Recently, Special Olympics celebrated the anniversary of their 1976 event. This is a picture of Eunice Kennedy Shriver and a young competitor and winner from back then posted on the Special Olympics site on August 22.
As a young college student, almost ready to graduate with a degree in special education, I volunteered in the festivities that brought the 1976 International Special Olympics to Central Michigan University. The event touched me deeply. Students with disabilities competed, but the focus was far from the disability. College students and members of the community tallied points, led the competitors to events. They cheered loudly—just like any other sports activity. I admired the competitors for accomplishing feats I would never be able to do! And yes—if you were lucky, you had the honor of hugging the winners and placing ribbons around their neck. Anyone who participates or assists with Special Olympics likens the event to a spiritual experience.
With the inclusion movement, many have been critical of Special Olympics. The organization has been accused of segregating students and of greater prejudice. President Obama didn’t help matters any in 2009, when on Jay Leno, he likened his low bowling score to “Special Olympics or something.” Presidents are human. Sometimes they say the wrong thing. The White House apologized.
It seems to me, if a student with disabilities plays basketball and can make the regular team then they should, by all means, be encouraged to play on the regular team. Just like if a student with disabilities can keep up with regular classwork, even with some assistance, then they should, by all means, be in regular classes. But getting rid of Special Olympics is similar to the elimination of special education. There are serious questions as to whether these students will be lost in the crowd/class.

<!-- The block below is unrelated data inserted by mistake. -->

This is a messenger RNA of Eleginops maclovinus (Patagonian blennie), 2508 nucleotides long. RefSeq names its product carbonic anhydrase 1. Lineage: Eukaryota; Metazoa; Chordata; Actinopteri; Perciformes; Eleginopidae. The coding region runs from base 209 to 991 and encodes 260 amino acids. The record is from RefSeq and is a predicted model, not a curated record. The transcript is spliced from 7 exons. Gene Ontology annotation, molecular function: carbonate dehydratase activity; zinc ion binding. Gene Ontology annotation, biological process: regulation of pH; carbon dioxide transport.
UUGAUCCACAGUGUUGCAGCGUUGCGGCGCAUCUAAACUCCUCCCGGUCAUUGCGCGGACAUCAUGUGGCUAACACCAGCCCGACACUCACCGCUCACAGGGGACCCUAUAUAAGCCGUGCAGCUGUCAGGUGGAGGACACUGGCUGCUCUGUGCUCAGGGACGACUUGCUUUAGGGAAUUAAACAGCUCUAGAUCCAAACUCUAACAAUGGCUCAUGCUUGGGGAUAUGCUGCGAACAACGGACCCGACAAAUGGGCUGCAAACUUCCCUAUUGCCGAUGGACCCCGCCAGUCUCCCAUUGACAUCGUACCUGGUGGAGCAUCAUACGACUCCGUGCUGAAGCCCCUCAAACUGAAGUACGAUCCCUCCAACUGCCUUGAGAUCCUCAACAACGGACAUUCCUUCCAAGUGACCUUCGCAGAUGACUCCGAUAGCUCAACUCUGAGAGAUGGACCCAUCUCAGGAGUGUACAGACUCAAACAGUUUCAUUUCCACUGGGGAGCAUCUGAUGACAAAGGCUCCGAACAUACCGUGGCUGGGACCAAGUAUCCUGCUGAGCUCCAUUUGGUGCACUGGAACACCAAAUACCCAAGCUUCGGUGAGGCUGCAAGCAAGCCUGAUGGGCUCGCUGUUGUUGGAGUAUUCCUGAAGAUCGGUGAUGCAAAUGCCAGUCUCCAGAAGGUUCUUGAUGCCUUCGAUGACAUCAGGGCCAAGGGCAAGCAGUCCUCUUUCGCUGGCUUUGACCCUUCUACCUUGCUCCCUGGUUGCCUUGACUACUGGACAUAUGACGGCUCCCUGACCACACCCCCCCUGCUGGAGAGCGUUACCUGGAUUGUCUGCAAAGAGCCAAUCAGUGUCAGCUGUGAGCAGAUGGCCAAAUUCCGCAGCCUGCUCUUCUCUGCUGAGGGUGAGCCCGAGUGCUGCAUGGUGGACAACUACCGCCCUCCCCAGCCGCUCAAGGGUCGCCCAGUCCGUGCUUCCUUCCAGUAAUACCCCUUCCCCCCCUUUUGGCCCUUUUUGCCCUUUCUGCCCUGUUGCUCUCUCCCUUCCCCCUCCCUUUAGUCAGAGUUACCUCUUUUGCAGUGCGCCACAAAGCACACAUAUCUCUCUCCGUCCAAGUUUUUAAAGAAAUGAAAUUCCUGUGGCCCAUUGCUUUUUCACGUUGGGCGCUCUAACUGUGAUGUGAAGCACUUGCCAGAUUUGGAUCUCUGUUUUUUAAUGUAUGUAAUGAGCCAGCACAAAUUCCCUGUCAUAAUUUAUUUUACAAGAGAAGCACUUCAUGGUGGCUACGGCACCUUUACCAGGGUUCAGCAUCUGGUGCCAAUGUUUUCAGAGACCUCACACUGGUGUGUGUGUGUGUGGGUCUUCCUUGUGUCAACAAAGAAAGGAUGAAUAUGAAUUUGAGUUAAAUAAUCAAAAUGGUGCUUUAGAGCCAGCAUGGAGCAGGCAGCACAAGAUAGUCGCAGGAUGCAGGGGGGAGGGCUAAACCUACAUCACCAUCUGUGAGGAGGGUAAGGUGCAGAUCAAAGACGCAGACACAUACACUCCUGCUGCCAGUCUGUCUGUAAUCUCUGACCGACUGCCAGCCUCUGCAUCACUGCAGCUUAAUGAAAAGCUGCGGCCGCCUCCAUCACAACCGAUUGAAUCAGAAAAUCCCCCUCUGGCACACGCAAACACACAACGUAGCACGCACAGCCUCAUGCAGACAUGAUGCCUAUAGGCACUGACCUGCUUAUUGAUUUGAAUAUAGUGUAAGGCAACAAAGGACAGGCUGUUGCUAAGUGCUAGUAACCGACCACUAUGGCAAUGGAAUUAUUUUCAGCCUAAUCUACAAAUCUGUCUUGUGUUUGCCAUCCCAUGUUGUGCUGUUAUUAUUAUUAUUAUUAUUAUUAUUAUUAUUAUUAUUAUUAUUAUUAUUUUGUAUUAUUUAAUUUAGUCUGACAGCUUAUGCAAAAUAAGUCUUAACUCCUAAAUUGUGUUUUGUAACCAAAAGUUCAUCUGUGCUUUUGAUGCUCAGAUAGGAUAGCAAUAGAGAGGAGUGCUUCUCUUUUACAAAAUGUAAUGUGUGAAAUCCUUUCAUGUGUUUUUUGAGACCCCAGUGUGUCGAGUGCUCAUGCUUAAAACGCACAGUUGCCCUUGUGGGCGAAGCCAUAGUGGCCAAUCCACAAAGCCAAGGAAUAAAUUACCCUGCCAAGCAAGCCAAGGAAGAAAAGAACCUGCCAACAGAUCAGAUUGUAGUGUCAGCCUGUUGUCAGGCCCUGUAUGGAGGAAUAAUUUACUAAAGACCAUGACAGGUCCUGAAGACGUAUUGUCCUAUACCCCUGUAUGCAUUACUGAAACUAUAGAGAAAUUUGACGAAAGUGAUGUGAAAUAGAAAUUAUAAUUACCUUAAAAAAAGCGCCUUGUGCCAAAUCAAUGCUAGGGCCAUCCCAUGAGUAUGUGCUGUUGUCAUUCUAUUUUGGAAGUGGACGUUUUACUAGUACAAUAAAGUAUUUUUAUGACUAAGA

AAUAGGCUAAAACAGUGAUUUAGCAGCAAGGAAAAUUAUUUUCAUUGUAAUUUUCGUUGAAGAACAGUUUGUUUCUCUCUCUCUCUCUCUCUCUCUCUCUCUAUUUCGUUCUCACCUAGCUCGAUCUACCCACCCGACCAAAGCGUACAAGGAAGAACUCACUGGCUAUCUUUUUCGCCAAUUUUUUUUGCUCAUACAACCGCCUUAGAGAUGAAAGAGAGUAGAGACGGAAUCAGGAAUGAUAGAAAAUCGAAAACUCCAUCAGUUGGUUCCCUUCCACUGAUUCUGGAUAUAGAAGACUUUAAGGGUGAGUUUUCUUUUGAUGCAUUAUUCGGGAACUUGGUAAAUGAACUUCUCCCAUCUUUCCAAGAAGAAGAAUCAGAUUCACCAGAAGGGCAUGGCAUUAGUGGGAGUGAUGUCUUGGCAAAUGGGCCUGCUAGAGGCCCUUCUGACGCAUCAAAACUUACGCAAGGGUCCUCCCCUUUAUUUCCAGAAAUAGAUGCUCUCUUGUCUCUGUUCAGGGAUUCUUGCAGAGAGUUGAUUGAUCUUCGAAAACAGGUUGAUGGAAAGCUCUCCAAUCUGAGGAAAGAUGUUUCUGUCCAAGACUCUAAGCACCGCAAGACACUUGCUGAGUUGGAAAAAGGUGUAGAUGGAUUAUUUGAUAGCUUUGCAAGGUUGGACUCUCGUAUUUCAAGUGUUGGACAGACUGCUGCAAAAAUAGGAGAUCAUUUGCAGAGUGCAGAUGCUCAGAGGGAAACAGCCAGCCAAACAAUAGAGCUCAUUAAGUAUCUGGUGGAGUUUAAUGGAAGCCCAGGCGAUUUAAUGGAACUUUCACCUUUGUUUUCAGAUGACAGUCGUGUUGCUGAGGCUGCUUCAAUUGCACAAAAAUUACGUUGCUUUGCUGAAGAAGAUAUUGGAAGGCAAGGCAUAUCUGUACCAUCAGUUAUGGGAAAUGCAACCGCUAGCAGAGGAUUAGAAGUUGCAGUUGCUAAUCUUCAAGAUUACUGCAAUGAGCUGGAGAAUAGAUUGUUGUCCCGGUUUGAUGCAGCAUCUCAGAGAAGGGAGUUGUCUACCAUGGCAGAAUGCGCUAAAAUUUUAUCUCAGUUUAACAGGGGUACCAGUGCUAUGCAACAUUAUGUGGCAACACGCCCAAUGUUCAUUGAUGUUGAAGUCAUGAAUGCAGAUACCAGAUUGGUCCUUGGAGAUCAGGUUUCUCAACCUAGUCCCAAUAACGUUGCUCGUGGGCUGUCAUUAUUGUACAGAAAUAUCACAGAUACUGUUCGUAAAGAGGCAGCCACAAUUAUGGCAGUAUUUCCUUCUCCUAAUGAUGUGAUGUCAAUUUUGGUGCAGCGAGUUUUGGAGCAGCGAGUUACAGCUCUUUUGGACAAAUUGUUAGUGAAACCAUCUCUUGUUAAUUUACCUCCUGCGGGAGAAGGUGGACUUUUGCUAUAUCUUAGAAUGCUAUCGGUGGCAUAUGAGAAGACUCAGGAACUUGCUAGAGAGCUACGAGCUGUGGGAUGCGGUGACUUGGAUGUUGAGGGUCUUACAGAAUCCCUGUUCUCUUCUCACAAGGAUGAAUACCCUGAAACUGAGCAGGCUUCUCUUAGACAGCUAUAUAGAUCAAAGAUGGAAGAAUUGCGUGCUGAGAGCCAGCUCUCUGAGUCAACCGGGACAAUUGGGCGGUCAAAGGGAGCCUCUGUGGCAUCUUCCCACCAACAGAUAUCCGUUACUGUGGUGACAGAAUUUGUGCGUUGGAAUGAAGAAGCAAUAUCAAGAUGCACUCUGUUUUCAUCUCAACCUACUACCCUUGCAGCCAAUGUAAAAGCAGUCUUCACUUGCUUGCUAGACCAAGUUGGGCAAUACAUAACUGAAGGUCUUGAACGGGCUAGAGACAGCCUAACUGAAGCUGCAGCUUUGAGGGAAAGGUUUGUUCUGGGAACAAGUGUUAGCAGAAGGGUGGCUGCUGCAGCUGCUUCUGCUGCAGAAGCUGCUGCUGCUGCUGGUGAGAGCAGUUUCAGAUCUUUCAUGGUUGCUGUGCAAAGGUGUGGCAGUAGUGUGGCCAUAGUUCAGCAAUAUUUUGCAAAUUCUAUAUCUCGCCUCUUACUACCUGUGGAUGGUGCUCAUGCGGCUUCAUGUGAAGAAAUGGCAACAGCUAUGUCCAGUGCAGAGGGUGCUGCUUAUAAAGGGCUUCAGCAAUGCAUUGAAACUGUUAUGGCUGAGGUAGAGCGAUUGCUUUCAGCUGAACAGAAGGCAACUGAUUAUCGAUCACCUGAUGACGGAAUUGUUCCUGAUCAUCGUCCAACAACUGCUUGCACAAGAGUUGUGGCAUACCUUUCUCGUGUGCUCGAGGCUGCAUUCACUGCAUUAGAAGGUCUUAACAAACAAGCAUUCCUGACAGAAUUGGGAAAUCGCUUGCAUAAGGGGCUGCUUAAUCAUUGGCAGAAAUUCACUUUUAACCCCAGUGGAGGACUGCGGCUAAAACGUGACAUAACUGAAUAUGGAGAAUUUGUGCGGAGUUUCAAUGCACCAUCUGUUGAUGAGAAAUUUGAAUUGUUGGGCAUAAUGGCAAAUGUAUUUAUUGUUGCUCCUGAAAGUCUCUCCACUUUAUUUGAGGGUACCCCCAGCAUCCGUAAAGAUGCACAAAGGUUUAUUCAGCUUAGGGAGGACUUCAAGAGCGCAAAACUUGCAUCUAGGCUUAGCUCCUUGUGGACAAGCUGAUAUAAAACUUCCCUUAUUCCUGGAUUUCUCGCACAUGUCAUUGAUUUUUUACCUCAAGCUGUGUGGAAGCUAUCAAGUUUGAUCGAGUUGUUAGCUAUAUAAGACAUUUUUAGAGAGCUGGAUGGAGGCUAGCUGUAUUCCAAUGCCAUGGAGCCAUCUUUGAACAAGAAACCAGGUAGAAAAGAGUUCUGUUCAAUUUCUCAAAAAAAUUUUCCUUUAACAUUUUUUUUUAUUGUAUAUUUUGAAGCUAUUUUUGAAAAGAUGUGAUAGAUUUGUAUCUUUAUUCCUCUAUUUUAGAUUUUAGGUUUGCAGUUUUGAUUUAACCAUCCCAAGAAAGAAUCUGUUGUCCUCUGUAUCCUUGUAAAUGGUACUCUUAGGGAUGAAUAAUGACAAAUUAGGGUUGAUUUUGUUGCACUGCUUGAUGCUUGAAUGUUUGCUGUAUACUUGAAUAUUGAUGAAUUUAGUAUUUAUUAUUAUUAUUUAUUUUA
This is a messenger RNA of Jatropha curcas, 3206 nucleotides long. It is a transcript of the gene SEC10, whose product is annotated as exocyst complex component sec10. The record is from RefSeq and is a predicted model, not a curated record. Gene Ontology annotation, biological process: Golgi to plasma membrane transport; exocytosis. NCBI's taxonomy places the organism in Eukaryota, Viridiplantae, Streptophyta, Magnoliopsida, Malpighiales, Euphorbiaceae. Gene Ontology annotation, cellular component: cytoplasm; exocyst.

If we didn’t have Special Olympics, many students with disabilities would never get to play any sports. There will always be those who won’t be able to win a spot on a regular team due to their disabilities, but they might like to compete and play the game anyway. And there will always be students who might not be able to pass standards but who are still capable of many great accomplishments.
Young people with disabilities are more segregated when they are set up to fail—when they are forced to take high-stakes tests beyond their ability—or when they don’t get to play any sports because there are no opportunities to do so.
The Special Olympics motto is “Let me win. But if I cannot win, let me be brave in the attempt.” I would add, I very much like the word “special” more than the word “common.”